Letting Go

My body was slowly getting better from physical therapy and general use My left limbs had been stiff from tone ever since my stroke. My left leg was stiff and straight; even my foot tended to point. Over the years, I had regained some amount of flexibility just from walking. Having to bear my weight had caused my joints to bend. I had been lifting leg weights for three years – first in physical therapy, then in a regular gym. I also received Botox injections in my calf to relax the muscle. So I was doing all I could to regain mobility in my leg.

My arm required more deliberate attention. Unlike the leg, it was not receiving constant use. I was working it out in the gym; I was receiving Botox in my bicep and forearm; I was even enlisting it to carry things And while I was regaining muscle function, I could not straighten my arm. The bicep was perpetually firing and keeping it bent. My triceps simply couldn’t overpower it, even with Botox injections partially relaxing the muscle. I slept each night in an arm splint. While that helped a great deal, it was still not enough to get my arm fully straight.

I could work my arm most productively in the shower. I would stand beneath the shower head and use my left hand to grasp the grab bar. This would open my hand and it would keep my arm in a straightened position. Then I would wash my underarms and head, Next I would sit down with my arm still stretched and holding the bar. Once I was seated, I would thoroughly soap myself off. When I finished washing myself, I would stand up and sit back down repeatedly. All of the activity would help build arm strength. The slipperiness of the bar improved my grip.

The one thing that frustrated me in the shower was not being able to reach my left foot. It would stay firmly planted while I was standing or seated. But as soon as I bent over to wash it, it would jut out and I could no longer reach it. I would use my hand to pull it back underneath me. If I tried to bend down, I would risk tumbling over. So I simply could not scrub my foot. To remedy this, I began using a back scrubber to scrub the top of my foot. But when it was time to wash the sole, I would have to position the brush next to my foot on the floor, then lift my leg up and lower it down on top of the brush.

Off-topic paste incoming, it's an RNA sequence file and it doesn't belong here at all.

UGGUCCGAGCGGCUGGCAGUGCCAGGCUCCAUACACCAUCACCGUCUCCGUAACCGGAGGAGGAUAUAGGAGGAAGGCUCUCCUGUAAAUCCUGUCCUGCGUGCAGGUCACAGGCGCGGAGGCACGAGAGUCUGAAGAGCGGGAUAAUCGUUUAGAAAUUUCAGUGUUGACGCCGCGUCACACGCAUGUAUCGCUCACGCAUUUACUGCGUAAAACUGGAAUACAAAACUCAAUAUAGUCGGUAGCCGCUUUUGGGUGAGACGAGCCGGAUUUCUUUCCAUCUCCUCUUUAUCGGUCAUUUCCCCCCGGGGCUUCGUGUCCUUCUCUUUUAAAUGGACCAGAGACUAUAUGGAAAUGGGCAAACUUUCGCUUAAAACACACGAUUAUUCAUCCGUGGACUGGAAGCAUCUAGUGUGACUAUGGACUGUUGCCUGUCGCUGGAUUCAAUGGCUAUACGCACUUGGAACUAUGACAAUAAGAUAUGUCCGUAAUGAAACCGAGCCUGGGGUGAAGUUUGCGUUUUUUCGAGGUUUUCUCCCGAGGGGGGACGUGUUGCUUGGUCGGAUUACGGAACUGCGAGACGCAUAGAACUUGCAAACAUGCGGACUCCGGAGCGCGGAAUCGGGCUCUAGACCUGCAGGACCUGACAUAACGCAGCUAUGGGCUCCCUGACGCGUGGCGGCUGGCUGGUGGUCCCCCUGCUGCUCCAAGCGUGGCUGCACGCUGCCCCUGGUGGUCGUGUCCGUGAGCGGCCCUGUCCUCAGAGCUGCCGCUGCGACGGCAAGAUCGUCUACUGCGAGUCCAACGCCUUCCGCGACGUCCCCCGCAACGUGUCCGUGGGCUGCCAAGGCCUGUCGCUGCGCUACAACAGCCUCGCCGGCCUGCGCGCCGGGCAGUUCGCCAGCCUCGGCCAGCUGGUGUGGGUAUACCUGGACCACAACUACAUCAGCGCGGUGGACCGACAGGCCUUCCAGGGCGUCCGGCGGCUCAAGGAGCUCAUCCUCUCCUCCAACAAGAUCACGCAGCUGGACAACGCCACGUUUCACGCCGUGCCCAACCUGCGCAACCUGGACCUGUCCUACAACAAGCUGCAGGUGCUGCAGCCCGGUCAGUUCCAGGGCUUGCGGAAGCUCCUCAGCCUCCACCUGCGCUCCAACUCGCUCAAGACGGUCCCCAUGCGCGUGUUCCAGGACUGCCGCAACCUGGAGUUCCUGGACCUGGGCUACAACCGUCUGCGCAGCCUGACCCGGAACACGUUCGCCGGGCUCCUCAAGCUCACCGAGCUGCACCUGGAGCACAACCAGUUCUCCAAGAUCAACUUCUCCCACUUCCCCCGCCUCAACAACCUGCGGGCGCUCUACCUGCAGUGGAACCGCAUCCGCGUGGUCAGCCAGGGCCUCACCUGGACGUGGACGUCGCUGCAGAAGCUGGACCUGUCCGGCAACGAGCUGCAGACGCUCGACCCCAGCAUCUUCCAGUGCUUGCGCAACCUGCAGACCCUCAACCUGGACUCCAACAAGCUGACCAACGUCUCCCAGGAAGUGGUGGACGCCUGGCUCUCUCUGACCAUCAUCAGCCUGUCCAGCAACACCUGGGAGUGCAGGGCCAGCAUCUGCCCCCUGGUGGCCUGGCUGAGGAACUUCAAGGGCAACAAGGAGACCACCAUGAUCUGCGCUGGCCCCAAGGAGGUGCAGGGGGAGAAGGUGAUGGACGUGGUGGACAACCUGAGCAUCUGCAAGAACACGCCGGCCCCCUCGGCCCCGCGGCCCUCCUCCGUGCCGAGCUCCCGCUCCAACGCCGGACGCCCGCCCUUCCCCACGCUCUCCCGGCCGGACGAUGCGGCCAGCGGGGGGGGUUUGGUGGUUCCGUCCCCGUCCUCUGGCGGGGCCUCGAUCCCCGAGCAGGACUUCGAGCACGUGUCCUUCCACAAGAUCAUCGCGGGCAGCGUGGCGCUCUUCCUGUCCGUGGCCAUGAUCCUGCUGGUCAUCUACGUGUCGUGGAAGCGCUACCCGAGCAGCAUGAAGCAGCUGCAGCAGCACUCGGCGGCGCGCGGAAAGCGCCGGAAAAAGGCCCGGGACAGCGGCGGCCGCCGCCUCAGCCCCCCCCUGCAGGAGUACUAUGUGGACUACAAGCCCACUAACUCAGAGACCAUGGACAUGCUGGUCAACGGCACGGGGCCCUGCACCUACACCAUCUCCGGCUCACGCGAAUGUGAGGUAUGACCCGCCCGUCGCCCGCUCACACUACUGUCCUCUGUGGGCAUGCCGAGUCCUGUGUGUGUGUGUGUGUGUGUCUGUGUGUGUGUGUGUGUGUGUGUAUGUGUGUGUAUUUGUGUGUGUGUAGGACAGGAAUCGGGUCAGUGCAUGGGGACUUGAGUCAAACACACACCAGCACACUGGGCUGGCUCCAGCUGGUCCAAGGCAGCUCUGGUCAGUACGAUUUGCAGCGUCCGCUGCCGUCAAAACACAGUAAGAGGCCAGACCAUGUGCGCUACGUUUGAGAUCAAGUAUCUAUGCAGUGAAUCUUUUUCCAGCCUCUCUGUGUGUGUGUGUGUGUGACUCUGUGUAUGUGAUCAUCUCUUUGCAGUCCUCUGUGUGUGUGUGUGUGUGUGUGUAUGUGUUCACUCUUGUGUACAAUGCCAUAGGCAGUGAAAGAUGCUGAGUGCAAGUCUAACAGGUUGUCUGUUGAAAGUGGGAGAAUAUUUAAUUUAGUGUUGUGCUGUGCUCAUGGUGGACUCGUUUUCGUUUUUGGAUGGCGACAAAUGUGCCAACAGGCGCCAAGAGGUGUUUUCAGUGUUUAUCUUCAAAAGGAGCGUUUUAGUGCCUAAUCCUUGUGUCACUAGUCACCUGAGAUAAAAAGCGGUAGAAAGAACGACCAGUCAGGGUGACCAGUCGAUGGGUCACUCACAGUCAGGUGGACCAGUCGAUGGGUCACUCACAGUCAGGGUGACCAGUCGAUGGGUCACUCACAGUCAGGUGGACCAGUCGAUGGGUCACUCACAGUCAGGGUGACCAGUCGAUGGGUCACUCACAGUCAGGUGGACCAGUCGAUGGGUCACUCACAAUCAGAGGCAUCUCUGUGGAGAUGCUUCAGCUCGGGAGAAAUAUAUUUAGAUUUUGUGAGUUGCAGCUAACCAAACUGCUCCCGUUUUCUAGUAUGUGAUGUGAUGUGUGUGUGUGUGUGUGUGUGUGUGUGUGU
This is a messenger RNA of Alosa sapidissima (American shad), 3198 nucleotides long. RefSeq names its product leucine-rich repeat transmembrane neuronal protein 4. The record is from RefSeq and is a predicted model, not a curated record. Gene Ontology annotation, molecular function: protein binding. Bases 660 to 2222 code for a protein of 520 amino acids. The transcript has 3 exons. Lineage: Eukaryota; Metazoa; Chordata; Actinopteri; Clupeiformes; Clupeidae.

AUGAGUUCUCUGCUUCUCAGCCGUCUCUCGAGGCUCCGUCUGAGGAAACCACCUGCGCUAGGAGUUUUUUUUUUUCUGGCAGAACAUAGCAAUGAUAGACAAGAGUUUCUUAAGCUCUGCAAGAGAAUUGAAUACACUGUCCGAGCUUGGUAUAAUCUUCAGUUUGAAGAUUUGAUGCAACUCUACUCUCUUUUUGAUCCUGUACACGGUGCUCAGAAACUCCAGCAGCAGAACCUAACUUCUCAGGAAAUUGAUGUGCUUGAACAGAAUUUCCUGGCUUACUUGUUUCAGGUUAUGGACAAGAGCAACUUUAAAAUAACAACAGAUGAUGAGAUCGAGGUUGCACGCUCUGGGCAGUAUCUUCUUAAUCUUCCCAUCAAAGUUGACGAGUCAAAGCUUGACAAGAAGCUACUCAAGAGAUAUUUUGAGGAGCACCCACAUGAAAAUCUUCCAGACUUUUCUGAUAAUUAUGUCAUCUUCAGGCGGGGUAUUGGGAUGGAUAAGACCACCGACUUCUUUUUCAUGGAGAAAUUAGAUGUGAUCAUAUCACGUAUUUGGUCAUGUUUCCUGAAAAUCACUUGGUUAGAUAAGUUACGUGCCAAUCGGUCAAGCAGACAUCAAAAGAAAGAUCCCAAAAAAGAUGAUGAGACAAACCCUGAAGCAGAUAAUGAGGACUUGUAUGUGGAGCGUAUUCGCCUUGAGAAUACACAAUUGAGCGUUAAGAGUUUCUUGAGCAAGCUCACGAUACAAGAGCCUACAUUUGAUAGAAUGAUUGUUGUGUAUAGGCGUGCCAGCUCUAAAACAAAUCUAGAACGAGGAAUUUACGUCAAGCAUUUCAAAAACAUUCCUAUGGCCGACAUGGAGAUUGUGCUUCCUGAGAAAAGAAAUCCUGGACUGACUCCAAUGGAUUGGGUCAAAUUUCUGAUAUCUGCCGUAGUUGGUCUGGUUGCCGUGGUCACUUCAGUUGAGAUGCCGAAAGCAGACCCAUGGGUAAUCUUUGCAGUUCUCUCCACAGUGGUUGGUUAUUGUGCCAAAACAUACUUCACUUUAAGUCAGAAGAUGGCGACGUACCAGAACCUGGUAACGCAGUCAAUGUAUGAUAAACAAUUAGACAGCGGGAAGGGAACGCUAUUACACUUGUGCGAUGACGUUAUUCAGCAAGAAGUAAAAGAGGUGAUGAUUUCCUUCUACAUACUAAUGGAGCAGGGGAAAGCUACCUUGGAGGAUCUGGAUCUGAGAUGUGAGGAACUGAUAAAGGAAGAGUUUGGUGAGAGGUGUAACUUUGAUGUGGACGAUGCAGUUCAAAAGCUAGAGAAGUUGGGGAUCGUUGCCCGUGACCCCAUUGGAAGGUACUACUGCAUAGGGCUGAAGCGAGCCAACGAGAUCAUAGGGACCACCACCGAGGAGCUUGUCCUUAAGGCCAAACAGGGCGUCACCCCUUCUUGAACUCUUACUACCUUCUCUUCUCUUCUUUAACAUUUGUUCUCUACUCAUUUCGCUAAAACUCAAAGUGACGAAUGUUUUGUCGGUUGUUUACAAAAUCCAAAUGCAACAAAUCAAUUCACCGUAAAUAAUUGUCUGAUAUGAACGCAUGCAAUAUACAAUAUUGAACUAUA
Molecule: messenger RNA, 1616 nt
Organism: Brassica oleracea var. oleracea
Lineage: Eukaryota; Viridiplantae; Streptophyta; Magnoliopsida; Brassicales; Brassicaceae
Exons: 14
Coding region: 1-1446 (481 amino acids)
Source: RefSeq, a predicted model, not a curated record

I used the back scrubber to wash my feet for months. Then one day I dropped my washcloth as I was about to leave the shower. Without giving it much thought, I bent over to pick up the towel. I noticed, after I had picked it up, that it had been in front of my left foot. So I bent forward and grabbed my foot. It wasn’t the least bit difficult. All the therapy and exercise had given me the flexibility to reach my foot in the shower!

I had just begun lifting weights again. I used two different gyms – Planet Fitness and L. A. Fitness. At Planet Fitness I would perform workouts that included triceps and squats. When I went to L. A. Fitness I would do a workout that included leg presses, chest butterflies, and leg curls. Now that I had my ILS worker available to help me, I had him work with me once a week at each gym. I didn’t require his help with every exercise, but I always asked him for help with a few.